Judge orders 6 to give DNA samples in Drenth death investigationPosted: Updated:
PHOENIX – It’s been 10 months since the body of Sgt. Sean Drenth was found near the state Capitol and investigators still do not know exactly what led up to his death. What’s more, they’re still not sure if it was murder or suicide.
In an unprecedented move late last year, more than two dozen officers were ordered by the court to submit DNA samples and police linked Drenth’s death with an off-duty work scam to which several officers later pleaded not guilty.
Now, Phoenix police have asked the court to compel five more officers and one civilian city employee to provide DNA samples, and the court has agreed.
Investigators said they’ve taken more than 330 DNA swabs from people who were at the scene of Drenth’s death or who had any contact with him, his vehicle or his equipment before he died.
Detectives said the goal of the DNA tests was to rule those people out. The six who until now had refused to give samples said they had problems with possibly being considered suspects.
“You can’t dictate a criminal investigation,” said Phoenix Police Sgt. Trent Crump Tuesday morning. “You can’t come in here and say, ‘I’ll go to the scene, but I won’t provide something to help you out later to eliminate from being there.’”
The six said they’re worried their DNA will be included in a national criminal database. Police, however, said that won’t happen because it does not meet the requirements; they're not suspects in a crime.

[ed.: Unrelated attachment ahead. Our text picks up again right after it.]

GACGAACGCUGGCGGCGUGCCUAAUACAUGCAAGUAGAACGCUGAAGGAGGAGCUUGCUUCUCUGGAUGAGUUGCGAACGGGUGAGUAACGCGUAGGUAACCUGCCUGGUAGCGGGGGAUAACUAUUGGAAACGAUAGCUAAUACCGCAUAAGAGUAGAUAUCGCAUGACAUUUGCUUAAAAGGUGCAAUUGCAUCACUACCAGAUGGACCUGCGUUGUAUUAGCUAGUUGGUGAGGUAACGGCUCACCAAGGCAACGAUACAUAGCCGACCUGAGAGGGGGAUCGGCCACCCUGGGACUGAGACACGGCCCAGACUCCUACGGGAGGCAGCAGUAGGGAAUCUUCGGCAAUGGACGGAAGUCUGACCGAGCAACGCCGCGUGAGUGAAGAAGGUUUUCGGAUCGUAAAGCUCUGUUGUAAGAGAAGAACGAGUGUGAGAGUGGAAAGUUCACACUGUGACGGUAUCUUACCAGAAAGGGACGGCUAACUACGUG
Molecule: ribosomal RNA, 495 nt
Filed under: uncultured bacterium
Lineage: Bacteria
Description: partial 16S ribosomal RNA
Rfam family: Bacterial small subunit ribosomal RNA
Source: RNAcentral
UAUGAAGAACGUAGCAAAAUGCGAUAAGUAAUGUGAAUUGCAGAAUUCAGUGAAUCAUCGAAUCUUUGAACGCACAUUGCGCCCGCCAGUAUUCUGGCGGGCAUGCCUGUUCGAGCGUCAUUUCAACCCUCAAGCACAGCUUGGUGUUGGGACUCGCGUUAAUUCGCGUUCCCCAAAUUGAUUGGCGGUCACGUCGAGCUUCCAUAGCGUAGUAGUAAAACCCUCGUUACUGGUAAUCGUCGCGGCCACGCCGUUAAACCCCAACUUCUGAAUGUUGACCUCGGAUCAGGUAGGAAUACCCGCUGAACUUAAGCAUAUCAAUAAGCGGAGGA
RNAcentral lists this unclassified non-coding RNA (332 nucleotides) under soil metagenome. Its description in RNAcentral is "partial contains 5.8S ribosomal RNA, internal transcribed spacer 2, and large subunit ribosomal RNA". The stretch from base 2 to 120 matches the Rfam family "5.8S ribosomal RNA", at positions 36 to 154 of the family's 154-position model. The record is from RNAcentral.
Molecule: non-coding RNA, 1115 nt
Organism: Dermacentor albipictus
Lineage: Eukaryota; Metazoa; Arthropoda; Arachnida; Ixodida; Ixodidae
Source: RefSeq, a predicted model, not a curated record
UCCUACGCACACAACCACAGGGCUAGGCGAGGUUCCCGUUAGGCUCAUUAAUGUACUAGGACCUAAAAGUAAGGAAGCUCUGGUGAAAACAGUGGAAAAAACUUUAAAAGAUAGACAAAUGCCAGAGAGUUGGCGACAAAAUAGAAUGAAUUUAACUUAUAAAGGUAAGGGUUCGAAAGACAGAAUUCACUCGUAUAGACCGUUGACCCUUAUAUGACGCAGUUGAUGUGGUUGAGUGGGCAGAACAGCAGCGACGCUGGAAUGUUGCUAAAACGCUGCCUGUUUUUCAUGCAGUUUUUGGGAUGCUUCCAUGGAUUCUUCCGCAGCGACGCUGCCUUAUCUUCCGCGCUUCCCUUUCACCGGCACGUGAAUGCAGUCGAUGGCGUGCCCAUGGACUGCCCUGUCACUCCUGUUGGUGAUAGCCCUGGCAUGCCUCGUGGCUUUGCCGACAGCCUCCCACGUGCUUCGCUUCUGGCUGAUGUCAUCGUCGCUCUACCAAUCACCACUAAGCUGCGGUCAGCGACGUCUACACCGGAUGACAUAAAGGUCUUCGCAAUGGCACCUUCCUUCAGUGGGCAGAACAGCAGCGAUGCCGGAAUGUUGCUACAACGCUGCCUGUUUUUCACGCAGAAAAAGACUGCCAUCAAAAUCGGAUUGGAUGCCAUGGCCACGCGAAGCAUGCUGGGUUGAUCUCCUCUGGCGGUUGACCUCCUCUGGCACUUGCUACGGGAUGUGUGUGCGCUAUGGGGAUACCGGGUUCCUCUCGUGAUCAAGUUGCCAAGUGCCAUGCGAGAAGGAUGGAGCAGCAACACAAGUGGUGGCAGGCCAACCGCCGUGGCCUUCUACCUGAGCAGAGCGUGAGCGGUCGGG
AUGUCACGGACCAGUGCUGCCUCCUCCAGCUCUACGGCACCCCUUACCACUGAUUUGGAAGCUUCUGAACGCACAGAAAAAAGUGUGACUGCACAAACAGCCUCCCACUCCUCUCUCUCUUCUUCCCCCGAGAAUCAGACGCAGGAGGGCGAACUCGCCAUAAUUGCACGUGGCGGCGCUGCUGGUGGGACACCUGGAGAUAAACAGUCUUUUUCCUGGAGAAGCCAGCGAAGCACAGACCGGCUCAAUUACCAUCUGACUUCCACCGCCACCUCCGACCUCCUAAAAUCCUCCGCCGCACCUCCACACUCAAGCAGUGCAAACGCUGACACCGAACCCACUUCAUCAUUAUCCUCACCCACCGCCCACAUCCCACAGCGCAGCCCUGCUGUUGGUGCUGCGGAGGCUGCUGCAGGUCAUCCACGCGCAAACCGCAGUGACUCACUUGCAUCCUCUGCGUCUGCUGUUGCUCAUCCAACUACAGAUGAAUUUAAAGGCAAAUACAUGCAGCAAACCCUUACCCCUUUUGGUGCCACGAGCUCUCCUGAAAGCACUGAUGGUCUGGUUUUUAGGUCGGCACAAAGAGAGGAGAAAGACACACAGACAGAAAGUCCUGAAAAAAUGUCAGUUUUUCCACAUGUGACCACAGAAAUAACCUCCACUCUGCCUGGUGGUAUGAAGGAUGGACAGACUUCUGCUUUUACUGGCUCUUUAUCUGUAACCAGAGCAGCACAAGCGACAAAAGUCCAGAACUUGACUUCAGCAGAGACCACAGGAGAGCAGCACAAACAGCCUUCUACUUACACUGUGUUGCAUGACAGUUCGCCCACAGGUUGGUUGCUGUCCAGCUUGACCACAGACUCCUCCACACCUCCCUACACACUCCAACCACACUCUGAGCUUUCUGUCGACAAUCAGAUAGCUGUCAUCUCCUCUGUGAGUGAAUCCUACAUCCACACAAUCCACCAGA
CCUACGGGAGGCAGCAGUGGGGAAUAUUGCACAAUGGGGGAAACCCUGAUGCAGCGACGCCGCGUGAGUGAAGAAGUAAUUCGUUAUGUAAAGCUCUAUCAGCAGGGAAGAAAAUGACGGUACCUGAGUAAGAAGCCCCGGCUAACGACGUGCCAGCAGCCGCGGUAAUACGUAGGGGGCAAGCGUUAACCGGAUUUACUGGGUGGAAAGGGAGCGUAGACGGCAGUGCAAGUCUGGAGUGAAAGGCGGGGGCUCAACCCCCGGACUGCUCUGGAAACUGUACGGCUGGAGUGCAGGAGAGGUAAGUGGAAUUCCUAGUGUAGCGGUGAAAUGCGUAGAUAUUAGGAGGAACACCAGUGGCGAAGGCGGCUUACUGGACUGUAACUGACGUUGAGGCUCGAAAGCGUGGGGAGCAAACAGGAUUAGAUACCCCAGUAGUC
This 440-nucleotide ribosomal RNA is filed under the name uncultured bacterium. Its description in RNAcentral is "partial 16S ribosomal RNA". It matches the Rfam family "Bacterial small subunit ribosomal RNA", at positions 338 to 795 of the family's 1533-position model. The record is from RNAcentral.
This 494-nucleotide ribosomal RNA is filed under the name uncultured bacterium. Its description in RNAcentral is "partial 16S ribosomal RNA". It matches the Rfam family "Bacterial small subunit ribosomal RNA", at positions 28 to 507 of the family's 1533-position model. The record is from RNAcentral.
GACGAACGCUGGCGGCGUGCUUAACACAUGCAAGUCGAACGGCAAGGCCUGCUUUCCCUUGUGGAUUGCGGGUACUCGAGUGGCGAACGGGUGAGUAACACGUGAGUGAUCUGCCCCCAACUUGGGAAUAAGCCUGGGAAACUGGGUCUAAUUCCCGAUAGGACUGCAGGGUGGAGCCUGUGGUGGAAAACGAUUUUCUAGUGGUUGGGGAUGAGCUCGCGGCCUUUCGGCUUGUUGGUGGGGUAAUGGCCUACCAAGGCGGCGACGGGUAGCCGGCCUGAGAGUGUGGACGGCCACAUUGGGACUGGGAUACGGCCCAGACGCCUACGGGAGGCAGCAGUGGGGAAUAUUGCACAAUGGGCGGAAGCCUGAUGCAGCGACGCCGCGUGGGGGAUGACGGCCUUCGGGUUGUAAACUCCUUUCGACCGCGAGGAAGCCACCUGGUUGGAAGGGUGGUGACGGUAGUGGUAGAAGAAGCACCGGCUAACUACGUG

Agreeing with police, a judge ordered the DNA testing to move ahead. Those samples have already been collected and analysis is under way.
None of the six is believed to be connected to that fraudulent schemes investigation involving several officers from the South Mountain Precinct.
Police have released very few details about their investigation into what happened to Drenth, who was found the night of Oct. 18. He was on the ground next to his patrol car in a parking lot at 17th Avenue and Jackson Street. He had been shot with his own shotgun, which was found lying on his chest.
Those close to the sergeant, however, maintain that he would not have committed suicide, even though he was under investigation for alleged fraudulent schemes.
While the initial appearance of the scene might have indicated suicide to anyone jumping to conclusions, police said they have evidence indicating that somebody else was there that night. So far, they have not been able to explain that person’s presence at the scene.
Investigators said that’s why they needed DNA. They said it was part of an “exclusionary process” so they would able to explain exactly who was there and why. At this point, they still cannot do that.
The hope is that these six DNA samples will help investigators put the puzzle of Drenth’s death together.
Drenth, 35, was a 12-year veteran of the force.
Because the Maricopa County Medical Examiner’s Office has not yet ruled on Drenth’s cause of death, neither insurance benefits nor death benefits have been settled with his surviving family.
At a news conference in May, Lt. Joe Knott said investigators might never know what happened the night Drenth died.